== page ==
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Friday, July 14, 2006

The day the sun stood still

Sichat Yosef
Columnist

Then spoke Joshua to the Lord on the day when the Lord delivered up the Emori before the children of Israel: and he said in the sight of Israel, “Sun stand still in Givon and moon in the valley of Ayalon.” And the sun stood still and the moon stayed until the people had avenged themselves upon their enemies Joshua (10:13).


THE third day of the month of Tammuz may not appear to be significant to many – yet in the contemporary Chabad community gimmel Tammuz is a very important day. Since 1994, it has been widely commemorated as the yahrzeit of the late Lubavitcher Rebbe Menachem Mendel Schneersohn.

However, its significance, both for Chabad and the rest of the Jewish world, did not commence a mere 12 years ago.

The Tanach tells us that on a previous occasion, time indeed stood still. According to rabbinic tradition, the incident referred to above from the Book of Joshua took place on Tammuz 3. For many of the late Rebbe’s Chassidim, time also stood still on Tammuz 3, 1994. “What would the future hold?” was the question on many lips.

Today, 12 years on, it is clear that no matter what the feeling across the movement on that fateful day, time has not stood still for Chabad. Hundreds of new mosdot – institutions bearing the name of the movement – have opened. Most have flourished and developed far beyond the wildest expectations of their founders. Chabad is to be found both in every city with a major Jewish community and, as travellers off the beaten track are well aware, in many corners of the world where no other Jewish presence exists.

And while the absence of leadership is an issue that cannot be swept under the carpet, the movement has not disintegrated, even though the split over Messianism needs urgent resolution in the interests of darkei shalom – and the future of the Rebbe’s legacy.

From an Australian perspective, the influence of Chabad cannot be downplayed. It is not just the multiplicity of schools, shuls and Chabad houses that come to mind, but the fact that there is no city in Australia where Chabad rabbis are not also at the helm of mainstream congregations.

Although some have criticised what they see as the apparent hold of Chabad over much of the Australian Orthodox community, one might step back for a moment and wonder aloud as to where congregational rabbis would be sourced if Chabad was not on the scene. Would the community have to move to the right or the left of the Orthodox pendulum? Would “modern Orthodoxy” be called in or would one try to fill the gap from the so-called “yeshivishe” world? Whatever the situation, no doubt our communities would look very different.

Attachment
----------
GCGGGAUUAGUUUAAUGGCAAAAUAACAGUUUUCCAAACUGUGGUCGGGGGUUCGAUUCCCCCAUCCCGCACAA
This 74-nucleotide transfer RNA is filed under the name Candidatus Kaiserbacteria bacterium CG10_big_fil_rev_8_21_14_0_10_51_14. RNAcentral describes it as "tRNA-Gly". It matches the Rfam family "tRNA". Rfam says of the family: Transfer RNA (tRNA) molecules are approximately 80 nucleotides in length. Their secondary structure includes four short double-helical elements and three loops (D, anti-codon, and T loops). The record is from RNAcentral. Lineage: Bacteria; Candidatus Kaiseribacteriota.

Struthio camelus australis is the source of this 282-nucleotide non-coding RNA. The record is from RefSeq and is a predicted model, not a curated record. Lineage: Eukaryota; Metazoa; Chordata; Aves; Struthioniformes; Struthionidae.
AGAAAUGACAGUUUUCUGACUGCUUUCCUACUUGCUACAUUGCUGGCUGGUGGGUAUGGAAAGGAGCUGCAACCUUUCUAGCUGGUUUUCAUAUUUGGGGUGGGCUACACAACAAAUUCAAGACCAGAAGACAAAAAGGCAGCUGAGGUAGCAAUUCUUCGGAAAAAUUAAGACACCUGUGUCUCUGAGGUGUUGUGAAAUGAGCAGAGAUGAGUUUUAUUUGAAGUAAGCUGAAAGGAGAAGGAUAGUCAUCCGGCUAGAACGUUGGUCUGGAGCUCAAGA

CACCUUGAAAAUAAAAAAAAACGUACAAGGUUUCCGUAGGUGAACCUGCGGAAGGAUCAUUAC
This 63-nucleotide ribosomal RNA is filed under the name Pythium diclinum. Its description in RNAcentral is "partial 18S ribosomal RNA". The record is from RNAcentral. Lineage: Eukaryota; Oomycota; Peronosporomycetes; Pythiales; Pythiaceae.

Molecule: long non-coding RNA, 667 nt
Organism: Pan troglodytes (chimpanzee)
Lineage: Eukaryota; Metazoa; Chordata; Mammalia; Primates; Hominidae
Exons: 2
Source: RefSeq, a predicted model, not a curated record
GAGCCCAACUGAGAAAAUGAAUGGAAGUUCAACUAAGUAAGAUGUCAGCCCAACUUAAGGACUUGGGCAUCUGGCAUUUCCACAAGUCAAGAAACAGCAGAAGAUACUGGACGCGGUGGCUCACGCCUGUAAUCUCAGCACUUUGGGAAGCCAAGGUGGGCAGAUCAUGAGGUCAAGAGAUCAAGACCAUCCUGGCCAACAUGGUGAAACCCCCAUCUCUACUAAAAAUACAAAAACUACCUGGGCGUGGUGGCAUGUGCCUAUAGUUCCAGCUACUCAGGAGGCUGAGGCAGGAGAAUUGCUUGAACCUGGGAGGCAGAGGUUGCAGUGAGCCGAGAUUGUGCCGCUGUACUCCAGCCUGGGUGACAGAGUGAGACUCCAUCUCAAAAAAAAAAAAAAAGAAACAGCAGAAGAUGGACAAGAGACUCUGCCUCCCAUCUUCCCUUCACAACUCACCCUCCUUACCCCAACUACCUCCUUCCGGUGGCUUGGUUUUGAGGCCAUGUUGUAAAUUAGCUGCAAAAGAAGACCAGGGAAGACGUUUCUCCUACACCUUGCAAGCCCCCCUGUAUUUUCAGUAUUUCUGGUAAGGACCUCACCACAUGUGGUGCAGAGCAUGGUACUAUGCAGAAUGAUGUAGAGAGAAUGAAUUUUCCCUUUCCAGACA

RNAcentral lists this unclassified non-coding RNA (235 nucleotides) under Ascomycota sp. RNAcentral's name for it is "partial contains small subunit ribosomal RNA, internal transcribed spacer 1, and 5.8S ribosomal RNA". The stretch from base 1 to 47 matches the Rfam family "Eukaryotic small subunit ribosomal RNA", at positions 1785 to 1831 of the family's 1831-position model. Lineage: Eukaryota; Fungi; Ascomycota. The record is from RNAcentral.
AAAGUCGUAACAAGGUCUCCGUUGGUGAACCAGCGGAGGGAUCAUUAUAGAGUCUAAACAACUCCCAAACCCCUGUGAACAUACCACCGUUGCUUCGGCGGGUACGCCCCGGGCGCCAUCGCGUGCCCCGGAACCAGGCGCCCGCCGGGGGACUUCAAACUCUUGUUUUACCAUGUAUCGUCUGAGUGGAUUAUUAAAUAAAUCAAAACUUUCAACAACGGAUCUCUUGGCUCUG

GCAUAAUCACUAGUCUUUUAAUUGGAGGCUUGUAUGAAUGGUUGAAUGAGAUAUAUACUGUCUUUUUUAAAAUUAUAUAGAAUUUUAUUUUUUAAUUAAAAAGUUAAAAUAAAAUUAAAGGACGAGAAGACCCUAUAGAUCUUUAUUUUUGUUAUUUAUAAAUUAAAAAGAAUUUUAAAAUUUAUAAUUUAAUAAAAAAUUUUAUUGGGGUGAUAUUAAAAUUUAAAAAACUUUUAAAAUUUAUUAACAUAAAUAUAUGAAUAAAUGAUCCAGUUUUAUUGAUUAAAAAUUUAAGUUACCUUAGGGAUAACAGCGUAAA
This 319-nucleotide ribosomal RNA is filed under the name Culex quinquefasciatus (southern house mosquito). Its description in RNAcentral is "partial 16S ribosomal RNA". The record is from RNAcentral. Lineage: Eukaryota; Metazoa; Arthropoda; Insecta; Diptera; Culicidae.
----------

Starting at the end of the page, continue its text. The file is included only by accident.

But on Tammuz 3 there is another aspect of Australian Jewish history with particular reference to Chabad on which to reflect.

Three years prior to the Rebbe’s passing, on gimmel Tammuz 1991, Chabad Australia was in mourning following the passing of its pioneer and stalwart, Reb Zalman Serebryanski. Having arrived in 1949 together with the Kluwgant, Althaus Gurewitz and Pliskin families, who were the cornerstone of the development of Chabad in Australia, Reb Zalman was instrumental in establishing the first yeshiva in Shepparton, followed in 1954 by the school now known as Yeshivah College, and then in 1966, the Yeshivah Gedolah.

No wonder, as Rabbi Laibl Wolf wrote in an obituary immediately following his passing, of all the Lubavitch pioneers, Reb Zalman “was the acknowledged educator par excellence. A visiting overseas educationalist once remarked that there was only one mechanech (torah educator) in Australia, Reb Zalman.”

But Reb Zalman too was totally devoted to the Rebbe, his teachings and his work. As Rabbi Wolf concluded in his obituary, “his only wish to the end was that he would live to witness the arrival of the Moshiach”.

May the inspiration of both of those leaders who had such an impact on our communities and whose passing we commemorate this week inspire us to lead more fully Jewish lives and engender the spirit of warmth and compassion that is the hallmark of our people, until the culmination of Jewish history with the fulfilment of that vision of which they both dreamed.

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